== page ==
If you knew then what you know now, how would you go about finding fulfilling work and ensuring success in your career?
Choosing the right career path was no trivial matter for Harvard Business School's Class of 1963. They were members of one of the last generations that considered a lifelong career with a company as nothing out of the ordinary.
That’s a stark contrast to the results of a 35-year study conducted by Chuck Pierret, an economist with the U.S. Bureau of Labor Statistics. His report, released in 2010, found that the average American entering the workforce in 1979 held nearly 11 different jobs by the time she was 42 years old.
So the stakes were much higher when those Harvard grads hit the bricks. They needed to find a job they could live with for a very long time. And a few of them learned, in retrospect, that what they thought would be a rewarding career sometimes turned out to be a mismatch for their true passions.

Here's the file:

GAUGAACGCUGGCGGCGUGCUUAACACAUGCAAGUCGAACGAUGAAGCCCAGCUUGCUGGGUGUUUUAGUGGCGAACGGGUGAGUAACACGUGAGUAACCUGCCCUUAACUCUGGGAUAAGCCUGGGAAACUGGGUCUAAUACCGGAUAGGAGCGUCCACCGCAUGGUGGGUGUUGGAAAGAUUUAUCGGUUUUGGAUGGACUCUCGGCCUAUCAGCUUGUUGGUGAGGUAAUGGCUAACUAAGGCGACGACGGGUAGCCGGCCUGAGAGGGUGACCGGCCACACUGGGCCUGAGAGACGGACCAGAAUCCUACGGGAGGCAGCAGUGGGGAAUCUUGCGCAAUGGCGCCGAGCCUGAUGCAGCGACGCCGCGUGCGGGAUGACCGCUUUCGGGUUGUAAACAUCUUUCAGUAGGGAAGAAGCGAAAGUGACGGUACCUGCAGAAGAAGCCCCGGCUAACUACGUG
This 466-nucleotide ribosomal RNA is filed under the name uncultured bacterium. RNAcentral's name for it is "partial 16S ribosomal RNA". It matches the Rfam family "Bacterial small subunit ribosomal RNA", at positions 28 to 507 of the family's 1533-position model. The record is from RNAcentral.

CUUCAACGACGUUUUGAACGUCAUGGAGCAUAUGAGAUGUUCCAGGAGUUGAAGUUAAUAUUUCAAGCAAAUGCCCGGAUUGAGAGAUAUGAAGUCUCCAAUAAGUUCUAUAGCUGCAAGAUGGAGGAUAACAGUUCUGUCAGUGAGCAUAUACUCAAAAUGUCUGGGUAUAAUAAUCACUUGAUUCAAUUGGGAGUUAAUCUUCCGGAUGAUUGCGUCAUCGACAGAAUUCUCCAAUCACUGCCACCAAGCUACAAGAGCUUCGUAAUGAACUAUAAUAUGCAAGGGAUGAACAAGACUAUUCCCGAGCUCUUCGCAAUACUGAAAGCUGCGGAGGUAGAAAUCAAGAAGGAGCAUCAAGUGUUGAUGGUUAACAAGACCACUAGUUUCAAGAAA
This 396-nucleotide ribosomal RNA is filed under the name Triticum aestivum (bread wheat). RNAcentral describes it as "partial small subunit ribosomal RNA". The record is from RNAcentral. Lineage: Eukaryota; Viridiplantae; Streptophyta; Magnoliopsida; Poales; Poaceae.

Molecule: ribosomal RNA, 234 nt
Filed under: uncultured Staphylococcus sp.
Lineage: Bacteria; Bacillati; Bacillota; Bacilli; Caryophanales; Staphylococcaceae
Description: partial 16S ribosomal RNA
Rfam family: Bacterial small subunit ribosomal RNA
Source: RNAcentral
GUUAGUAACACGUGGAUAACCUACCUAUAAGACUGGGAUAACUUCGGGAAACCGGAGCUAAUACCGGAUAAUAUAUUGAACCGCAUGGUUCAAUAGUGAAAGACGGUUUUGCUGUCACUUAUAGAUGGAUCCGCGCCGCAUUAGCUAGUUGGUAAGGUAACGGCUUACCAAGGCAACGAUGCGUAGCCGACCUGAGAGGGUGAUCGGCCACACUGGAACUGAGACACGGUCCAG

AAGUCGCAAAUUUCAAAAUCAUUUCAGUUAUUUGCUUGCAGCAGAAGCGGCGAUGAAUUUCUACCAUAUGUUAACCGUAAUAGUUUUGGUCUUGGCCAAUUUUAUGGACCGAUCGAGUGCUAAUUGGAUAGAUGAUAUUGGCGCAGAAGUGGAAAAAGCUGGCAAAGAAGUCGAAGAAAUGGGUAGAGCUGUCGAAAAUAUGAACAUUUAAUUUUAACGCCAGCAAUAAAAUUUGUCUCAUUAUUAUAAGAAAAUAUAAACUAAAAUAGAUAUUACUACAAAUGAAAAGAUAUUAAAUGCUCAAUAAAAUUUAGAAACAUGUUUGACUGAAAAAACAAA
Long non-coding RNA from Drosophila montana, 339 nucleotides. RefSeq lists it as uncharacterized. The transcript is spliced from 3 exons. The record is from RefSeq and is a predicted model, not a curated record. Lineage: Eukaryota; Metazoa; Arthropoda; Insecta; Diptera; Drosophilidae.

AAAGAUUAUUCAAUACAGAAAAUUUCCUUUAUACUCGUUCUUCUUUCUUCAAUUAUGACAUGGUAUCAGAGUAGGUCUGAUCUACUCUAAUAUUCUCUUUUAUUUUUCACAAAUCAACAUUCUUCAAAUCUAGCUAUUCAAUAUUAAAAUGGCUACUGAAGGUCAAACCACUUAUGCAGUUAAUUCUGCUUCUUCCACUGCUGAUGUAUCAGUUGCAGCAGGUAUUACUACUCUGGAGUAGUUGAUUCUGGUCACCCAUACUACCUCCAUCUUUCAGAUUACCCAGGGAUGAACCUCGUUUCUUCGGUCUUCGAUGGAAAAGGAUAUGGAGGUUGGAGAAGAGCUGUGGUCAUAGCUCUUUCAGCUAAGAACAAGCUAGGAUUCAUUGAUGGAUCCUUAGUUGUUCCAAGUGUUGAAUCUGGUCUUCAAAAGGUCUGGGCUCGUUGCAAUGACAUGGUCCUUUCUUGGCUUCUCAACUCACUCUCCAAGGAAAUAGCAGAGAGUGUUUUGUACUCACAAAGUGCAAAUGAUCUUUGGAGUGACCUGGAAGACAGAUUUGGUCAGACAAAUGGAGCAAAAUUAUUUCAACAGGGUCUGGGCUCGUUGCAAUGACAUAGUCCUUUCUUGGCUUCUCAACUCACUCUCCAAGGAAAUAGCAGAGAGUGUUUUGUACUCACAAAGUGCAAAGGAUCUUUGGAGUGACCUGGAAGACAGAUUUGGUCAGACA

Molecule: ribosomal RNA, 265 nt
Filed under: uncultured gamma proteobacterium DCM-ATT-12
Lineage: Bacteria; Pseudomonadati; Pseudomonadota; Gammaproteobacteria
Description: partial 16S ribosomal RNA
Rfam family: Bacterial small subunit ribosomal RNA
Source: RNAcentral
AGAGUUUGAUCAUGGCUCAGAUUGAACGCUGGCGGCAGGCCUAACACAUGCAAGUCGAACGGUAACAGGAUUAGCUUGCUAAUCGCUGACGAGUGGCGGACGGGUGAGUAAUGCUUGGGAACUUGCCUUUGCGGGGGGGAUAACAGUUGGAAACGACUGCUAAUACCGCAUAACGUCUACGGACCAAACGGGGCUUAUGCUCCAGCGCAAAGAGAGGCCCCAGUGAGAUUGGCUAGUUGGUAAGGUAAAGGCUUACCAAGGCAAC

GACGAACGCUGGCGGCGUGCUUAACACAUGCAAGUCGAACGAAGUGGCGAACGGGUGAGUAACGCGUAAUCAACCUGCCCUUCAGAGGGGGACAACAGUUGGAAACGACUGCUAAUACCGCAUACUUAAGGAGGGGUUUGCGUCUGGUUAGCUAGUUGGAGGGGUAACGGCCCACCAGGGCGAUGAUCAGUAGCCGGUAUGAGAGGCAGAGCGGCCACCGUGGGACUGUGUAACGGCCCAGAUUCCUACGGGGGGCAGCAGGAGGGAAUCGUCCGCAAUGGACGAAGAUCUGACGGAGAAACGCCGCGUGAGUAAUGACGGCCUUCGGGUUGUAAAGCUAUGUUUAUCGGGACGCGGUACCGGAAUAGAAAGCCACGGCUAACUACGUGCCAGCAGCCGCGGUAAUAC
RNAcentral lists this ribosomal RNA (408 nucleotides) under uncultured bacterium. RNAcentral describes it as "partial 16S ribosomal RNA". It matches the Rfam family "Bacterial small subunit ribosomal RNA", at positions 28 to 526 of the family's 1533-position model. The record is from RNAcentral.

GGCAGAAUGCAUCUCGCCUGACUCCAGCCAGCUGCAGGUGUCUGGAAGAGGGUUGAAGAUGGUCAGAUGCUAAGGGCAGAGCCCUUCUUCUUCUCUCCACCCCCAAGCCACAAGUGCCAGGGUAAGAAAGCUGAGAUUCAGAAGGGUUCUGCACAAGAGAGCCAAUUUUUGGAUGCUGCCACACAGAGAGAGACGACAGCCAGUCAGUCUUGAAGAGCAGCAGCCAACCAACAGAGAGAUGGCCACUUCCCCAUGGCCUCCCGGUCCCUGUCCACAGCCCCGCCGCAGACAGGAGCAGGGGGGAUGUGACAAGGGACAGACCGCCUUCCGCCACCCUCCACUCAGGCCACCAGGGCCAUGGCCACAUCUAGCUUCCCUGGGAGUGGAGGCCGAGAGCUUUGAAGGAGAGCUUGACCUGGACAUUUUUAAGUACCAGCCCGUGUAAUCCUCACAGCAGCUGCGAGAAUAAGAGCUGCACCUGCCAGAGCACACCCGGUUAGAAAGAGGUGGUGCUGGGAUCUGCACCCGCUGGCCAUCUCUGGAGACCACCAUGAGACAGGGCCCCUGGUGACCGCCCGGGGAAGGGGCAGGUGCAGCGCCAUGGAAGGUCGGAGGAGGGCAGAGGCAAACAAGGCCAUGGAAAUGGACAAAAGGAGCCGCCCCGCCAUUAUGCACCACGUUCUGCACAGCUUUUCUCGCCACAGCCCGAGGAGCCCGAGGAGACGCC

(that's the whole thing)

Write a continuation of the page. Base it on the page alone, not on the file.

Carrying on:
Today there is clearly less pressure to get it right the first time. But the advice of the Class of 1963 still has merit for those who’d rather not flounder or waste precious time on a less-than-thoughtful career choice. Do not consult us, they collectively say. "Listen to your heart."